Chef – A system provisioning tool that speeds up the initial configuration of servers as well as their maintenance. It hooks into cloud services like AWS and Rackspace. It works on the basis of “recipes” that define how a given task is to be done for example how packages are to be installed and what programs should be running on a server.

Capistrano – It started as mainly a rails deployment tool, but can be used to deploy any language webapps now. It sells itself as a remote server automation tool that can deploy to an arbitrary number of web servers and to automate common development tasks.

Homebrew – A command line package manager for OSX that is a must have for any Ruby developer. Easily install databases like mysql and postgres or download python with ‘brew install python’ to try it out. It is powered by git and ruby so you can hack at it as you like. You can also create your own homebrew packages with ‘brew create’ and share them with the world.

Sinatra – “Put this in your pipe and smoke it.” Sinatra is a lightweight alternative to Rails. Use rvm to ‘gem install sinatra’ and then build out a small webapp.

Gosu – A 2d game creation gem that works on Mac, Windows and Linux.

Ocra – Creates Windows applications from Ruby code. Includes the Ruby code and interpreter in the application.


Success! You're on the list.

Naming Ruby Gems

I created a gem called tiedye and I wanted to explain a bit of my reasoning behind why I named it that. So, lets talk about naming. Why call this gem tiedye? How do I decide to name Ruby gems in the first place?

First, there are a few community conventions on how to name your gem. I went with the convention of using underscores in the name of the gem (snake_case instead of camelCase). This applies to all gems that have more than two words as their name. So tiedye or rails are one word but will_paginate and delayed_job are two words written in snake_case. Also I suggest you try to find a fun name for your gem. Ruby has a xml parser named nokogiri, which is Japanese for chainsaw and I named my gem that works with colors tiedye because of the mix of colors those awesome hippies love to wear. There are a whole list of good suggestions that you can find here:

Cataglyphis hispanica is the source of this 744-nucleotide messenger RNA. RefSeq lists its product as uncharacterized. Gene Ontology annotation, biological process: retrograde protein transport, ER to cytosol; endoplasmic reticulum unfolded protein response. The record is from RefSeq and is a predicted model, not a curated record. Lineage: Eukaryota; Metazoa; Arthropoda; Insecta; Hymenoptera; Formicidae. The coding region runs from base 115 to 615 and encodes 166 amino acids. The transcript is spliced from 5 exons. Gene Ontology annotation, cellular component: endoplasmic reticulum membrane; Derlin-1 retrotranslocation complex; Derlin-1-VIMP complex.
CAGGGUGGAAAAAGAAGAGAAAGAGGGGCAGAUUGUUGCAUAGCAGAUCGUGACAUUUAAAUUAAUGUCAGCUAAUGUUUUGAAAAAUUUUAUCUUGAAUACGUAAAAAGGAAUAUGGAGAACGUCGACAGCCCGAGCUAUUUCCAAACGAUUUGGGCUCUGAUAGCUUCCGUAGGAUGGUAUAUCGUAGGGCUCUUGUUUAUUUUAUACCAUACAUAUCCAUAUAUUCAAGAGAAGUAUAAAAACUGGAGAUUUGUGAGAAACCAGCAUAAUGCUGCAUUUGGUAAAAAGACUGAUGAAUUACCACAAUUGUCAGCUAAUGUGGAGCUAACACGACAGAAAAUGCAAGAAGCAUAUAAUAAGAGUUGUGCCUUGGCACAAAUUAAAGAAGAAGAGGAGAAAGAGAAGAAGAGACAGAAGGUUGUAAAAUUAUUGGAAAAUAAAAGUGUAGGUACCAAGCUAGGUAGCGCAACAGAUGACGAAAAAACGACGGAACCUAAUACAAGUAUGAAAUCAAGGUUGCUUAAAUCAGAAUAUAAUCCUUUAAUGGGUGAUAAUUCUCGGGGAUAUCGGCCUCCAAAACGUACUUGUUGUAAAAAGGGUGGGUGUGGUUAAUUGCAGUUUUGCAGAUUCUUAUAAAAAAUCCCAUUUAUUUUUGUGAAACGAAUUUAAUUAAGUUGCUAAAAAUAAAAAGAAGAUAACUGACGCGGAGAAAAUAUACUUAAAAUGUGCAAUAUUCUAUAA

Other rules (which you will find in the previous link) are:

  • Use dashes for extensions
  • Mix underscores and dashes appropriately
  • Don’t use UPPERCASE letters

If you don’t understand those then you should have read the article. Seriously. I don’t want to explain it. Go read the article.

The second thing I did is I went to and search for my desired gem name. With so many gems built to date there is a good chance that someone else already has used that name. You want your gem to have a unique name so that people can remember it and so that you can deploy it to Don’t worry, though there are plenty of names still available. Of course, all this only applies if you are trying to make a public gem. If you are making a private gem, then you will be requiring it from a private repo on github and you can name it what you like. Though you might still conflict with other named gems if you decide to name it something like “rails”.

Also for a good read check out:

Success! You're on the list.